Allison Tait writing, whimsy ... life Fri, 29 Jun 2018 16:21:35 +0000 en-AU hourly 1 NEWS: Online creative writing course for kids open for bookings Thu, 21 Jun 2018 04:50:41 +0000 Read More]]> Book now: online creative writing course for kids | allisontait.comAfter a lot of hard work from a lot of people, my online creative writing course for kids is now open for bookings through the Australian Writers’ Centre!

So much goes into creating a course like this, from developing the course content, to creating each module, to building the means to deliver the content to kids in an exciting and entertaining way, to providing weekly feedback, to … well, you get the idea, and Valerie Khoo and the team at the Australian Writers’ Centre are the absolute best people to be undertaking such an adventure with. When I look at what we’ve created, I could not be more proud!

You can read more about the course here (there’s a full course outline and a whole bunch of answers to FAQs) and see me talk a little bit about it, but basically, it’s a step-by-step course on the basics (and beyond) of writing a great story.

It’s for kids who love to write – AND for kids who’d love to write better. Every child (9-14 is the sweet spot) who takes part will receive video feedback from me on their final submitted story (see the outline for details).

I’m really excited about the course and looking forward to meeting my first bunch of young writers on 7 July 2018. Maybe your young writer will be one of them?

In the meantime, I’ve got some fantastic writing tips for kids, from me and from other amazing Aussie children’s authors, below:

10 top writing tips from bestselling author Jacqueline Harvey

How to create remarkable characters by Tim Harris

Write what you love by Allison Rushby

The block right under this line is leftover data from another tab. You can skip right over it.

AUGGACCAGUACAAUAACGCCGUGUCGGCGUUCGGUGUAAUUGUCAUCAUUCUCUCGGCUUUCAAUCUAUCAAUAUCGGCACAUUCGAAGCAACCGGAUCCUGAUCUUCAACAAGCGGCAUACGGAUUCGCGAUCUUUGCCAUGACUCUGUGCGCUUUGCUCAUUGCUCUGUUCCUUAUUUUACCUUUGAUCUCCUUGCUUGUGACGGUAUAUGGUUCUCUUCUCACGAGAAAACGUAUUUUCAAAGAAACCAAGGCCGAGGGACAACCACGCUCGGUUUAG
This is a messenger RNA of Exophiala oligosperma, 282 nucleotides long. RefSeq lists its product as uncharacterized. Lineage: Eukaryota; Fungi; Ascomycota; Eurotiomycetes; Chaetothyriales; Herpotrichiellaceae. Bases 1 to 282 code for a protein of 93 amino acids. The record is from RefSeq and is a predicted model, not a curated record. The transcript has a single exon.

How to be more creative by A.L. Tait

How to write comics by Shane W. Smith

Are you new here? Welcome! You can find out more about me here, and more about my two epic middle-grade adventure series, The Mapmaker Chronicles and The Ateban Cipher, here.


BIG book giveaway: win with Your Kid’s Next Read! Wed, 20 Jun 2018 01:31:55 +0000 Read More]]> In case you missed my newsletter yesterday (sign up here if you don’t want to miss the next one!), the Your Kid’s Next Read Facebook group now has 4000+ members and to celebrate my fab co-host Megan Daley and I have organised a fantastic book giveaway!

One winner will receive EIGHT signed books from some of Australia’s top children’s authors. And because this is an all female-author affair, we’re calling it our Favourite Fierce Female Authors giveaway.

WIN: 8 signed books from top Australian female authors |

Signed titles include:

Kensy and Max by Jacqueline Harvey

Alice-Miranda in Scotland by Jacqueline Harvey

Pippa’s Island ‘Camp Castaway’ by Belinda Murrell

Missing by Sue Whiting

The Turnkey by Allison Rushby

The Most Marvellous Spelling Bee Mystery by Deborah Abela

and The Book Of Secrets and The Book Of Answers by A.L. Tait (that would be me).

You can read more about each book by clicking on the title link. They’re all perfect for middle-grade readers!

You’ll find all the terms and conditions here in Megan’s blog post and you can enter there OR in the YKNR group here.

Good luck!

Are you new here? Welcome! You can find out more about my two epic middle-grade adventure series, The Mapmaker Chronicles and The Ateban Cipher, here.